Night Storage Heating

Part of the debate – in the House of Commons at 12:00 am on 24th May 1974.

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Photo of Mr John Hannam Mr John Hannam , Exeter 12:00 am, 24th May 1974

I am sure that all hon. Members are grateful to my hon. Friend the Member for Conway (Mr. Roberts) for raising this important subject. The theme of the speeches has been consistent. The dramatic rise in off-peak electricity tariffs, coming on top of the other shocks that consumers are experiencing in these inflationary days, has caused more dismay and alarm among pensioners than among any other section of the population.

What rankles in the minds of the 2 million families who possess night storage heaters is the feeling that they have been misled by the electricity industry. For 10 years a clever and successful selling campaign has persuaded many people to install these systems as a long-term measure. They were represented not just as cheaper than normal electric systems but as being competitive with other forms of heating. Now, suddenly, in an across-the-board increase, off-peak electricity jumps nearly 70 per cent. in cost.

The full impact of such a sharp rise will not be felt until the autumn, but already many hon. Members are showing their concern by their Questions and by their statements to Ministers. They have been pointing out the unfairness of the new charges and their doubts about the sales promotion schemes used until recently by appliance manufacturers and retailers. Electricity boards claim to have ceased Press advertising 18 months ago, but television advertising continued until recently, with several stores offering advantageous terms.

Is the Minister satisfied that no misleading advertising has taken place since the decision was made to increase charges? I should also like him to ensure that the public are now made fully aware of the new tariffs. Does he know the number of night storage heaters held in stock? There could now be a cut-price selling campaign based on outdated costs.

I am sure we are all concerned about the impact of these charges on the elderly and disabled, who have often installed those heaters under special free installation schemes. Such a couple wrote to me: My wife and I, aged 76 and 77 years, were advised by our doctor to install some form of heating. I suffer from bronchitis and my wife is arthritic, so two years ago we bought 3 night storage heaters, which were installed free under some scheme for the elderly.We have enjoyed two comfortable winters, but with the anticipated 70 per cent. increase in the cost of running these, I am afraid we shall be unable to use them even with the extra pension. Can something be done in this case for the elderly? I am sure there are many others in this position or worse. I am sure that that letter is indicative of the many letters that hon. Members on both sides of the House have received.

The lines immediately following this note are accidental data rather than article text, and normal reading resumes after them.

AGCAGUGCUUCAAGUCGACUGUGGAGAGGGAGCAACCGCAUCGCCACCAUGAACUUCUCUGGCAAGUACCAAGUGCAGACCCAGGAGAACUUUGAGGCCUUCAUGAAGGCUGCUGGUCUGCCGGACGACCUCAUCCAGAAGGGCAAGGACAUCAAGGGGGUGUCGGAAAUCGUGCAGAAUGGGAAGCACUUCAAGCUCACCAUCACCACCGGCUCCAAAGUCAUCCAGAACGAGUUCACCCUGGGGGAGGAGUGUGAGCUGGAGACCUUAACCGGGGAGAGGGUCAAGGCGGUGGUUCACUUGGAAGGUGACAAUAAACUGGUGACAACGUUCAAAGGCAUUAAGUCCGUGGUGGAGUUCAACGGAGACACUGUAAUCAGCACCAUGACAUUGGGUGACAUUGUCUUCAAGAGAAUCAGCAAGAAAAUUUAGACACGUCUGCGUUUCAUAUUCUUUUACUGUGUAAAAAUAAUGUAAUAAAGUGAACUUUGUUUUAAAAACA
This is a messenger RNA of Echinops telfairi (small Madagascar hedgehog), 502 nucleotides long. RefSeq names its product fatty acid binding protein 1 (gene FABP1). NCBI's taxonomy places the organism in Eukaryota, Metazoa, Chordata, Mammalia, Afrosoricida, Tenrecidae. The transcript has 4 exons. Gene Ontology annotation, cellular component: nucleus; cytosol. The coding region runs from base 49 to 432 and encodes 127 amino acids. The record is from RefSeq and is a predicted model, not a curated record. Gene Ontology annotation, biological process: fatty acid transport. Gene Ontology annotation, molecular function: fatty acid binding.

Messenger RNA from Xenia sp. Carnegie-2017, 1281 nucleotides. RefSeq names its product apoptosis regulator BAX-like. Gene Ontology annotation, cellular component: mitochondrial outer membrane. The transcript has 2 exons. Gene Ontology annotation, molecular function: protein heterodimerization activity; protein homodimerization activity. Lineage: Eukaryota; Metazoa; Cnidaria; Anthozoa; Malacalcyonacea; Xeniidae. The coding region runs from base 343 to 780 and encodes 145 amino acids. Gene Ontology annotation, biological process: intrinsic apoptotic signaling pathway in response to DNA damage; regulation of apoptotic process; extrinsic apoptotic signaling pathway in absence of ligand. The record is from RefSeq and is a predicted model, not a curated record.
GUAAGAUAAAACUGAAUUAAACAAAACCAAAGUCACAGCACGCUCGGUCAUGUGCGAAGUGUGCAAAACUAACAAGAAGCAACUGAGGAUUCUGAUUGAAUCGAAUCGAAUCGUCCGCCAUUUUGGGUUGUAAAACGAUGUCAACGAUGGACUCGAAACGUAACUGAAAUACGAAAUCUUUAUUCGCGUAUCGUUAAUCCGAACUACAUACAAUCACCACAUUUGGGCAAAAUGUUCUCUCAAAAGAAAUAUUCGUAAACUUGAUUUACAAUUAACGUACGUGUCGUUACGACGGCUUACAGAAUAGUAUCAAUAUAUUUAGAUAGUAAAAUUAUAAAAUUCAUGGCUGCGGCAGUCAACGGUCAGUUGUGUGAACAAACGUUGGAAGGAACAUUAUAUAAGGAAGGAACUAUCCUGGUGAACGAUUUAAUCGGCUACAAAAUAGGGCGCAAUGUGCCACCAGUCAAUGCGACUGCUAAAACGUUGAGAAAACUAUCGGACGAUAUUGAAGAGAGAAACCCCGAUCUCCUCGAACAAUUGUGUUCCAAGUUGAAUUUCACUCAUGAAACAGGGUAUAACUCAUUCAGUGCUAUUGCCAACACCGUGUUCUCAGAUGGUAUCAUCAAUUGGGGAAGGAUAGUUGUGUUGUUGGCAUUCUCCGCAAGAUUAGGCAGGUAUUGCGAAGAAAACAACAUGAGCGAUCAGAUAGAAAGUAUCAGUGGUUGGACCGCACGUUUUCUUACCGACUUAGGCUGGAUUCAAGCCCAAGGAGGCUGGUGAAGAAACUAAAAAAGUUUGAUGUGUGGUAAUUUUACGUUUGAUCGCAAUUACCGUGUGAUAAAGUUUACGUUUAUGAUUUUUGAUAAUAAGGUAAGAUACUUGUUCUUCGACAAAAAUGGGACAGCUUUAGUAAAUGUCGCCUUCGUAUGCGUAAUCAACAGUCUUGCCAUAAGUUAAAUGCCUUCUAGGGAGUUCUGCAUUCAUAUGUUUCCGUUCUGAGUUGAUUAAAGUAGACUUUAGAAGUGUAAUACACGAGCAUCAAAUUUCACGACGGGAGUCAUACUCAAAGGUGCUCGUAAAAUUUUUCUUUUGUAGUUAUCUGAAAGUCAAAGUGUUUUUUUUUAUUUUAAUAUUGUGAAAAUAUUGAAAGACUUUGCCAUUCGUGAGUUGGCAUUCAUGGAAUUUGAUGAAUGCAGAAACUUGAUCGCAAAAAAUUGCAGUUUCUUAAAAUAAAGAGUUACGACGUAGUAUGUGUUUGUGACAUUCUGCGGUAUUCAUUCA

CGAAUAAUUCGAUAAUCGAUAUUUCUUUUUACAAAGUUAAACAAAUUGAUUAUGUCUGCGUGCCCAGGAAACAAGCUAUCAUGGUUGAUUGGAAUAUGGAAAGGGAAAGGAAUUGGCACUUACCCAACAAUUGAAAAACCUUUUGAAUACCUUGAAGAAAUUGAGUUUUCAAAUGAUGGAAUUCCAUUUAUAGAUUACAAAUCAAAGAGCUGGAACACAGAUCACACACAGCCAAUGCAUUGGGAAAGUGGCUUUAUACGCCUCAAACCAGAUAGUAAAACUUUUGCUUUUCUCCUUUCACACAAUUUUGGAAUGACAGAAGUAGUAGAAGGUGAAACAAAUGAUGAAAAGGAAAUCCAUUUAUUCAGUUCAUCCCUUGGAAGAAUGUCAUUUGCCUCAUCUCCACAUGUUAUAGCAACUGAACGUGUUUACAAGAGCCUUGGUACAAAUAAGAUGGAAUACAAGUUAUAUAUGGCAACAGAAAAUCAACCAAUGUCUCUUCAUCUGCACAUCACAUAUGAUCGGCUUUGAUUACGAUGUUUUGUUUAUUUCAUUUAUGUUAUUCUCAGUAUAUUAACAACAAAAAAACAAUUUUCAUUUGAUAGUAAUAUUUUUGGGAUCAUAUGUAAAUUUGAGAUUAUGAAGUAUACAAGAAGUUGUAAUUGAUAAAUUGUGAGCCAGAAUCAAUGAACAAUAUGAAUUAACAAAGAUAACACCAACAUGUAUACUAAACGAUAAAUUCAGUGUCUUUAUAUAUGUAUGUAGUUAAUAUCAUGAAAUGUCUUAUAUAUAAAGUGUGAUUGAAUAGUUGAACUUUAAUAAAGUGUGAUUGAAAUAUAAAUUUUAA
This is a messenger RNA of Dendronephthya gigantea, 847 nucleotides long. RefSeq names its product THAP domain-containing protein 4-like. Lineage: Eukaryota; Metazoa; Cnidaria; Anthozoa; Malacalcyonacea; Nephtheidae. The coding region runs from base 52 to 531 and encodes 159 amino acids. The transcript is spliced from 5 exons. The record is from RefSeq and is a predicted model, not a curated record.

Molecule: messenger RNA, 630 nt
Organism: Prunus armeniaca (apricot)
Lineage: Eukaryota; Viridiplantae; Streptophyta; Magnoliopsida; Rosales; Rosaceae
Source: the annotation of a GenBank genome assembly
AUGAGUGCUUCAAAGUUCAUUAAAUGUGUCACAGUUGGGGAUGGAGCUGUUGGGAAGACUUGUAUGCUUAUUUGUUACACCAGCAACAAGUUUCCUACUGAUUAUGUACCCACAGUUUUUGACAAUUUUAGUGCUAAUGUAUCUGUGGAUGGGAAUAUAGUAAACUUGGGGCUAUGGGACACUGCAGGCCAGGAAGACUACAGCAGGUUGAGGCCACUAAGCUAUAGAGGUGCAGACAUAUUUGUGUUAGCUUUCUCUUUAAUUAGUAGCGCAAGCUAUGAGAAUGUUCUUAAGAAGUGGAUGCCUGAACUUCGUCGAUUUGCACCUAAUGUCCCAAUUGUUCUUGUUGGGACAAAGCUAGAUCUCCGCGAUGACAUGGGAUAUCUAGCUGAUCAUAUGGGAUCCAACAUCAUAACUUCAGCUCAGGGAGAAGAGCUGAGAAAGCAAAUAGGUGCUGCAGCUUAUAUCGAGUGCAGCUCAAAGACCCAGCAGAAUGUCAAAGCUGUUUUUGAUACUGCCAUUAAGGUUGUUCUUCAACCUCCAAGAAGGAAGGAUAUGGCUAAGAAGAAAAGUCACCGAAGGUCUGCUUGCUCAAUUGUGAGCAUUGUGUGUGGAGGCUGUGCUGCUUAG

It has been argued that the oil crisis and its effect on electricity generating costs means that an across-the-board increase of 0.3p a unit has to be made. That is an over-simplification. It is probably easier to administer but it is rough justice to the off-peak consumer, who has been led up the garden path by subtle and effective advertising.

Of course we knew that electricity tariffs would have to rise, but does not the Minister agree that, even assuming a doubling of generating fuel costs, it is still a rough and ready method to apportion the overall increase in unit costs equally on the cheaper marginal night electricity and the expensive peak-hour generation? In any case, during this vital battle against rising prices would it not have been more sensible and conducive to public unity to avoid such a sharp and dramatic jump in this one area of heating?

How can people be expected to understand the problems of Government when on the one hand, we see massive subsidies and stifling price controls yet in the one area where the Government have direct control—in the nationalised industries—there are violent surges in prices? During the last three and a half years, when my right hon. Friend the Leader of the Opposition was Prime Minister, he was taunted with a familiar slogan, misquoted of course, about a pledge to cut prices at a stroke. During his efforts to combat rising prices he took action to restrain prices in the public sector. With the rises in price of coal petrol and electricity, the present Government have, at a series of strokes, given a massive impetus to the prices spiral. The cost-of-living index figures to be released later today will. I am sure, cause grave concern.

I hope that the Minister will be able to look again at these charges and take steps to spread the load a little more fairly.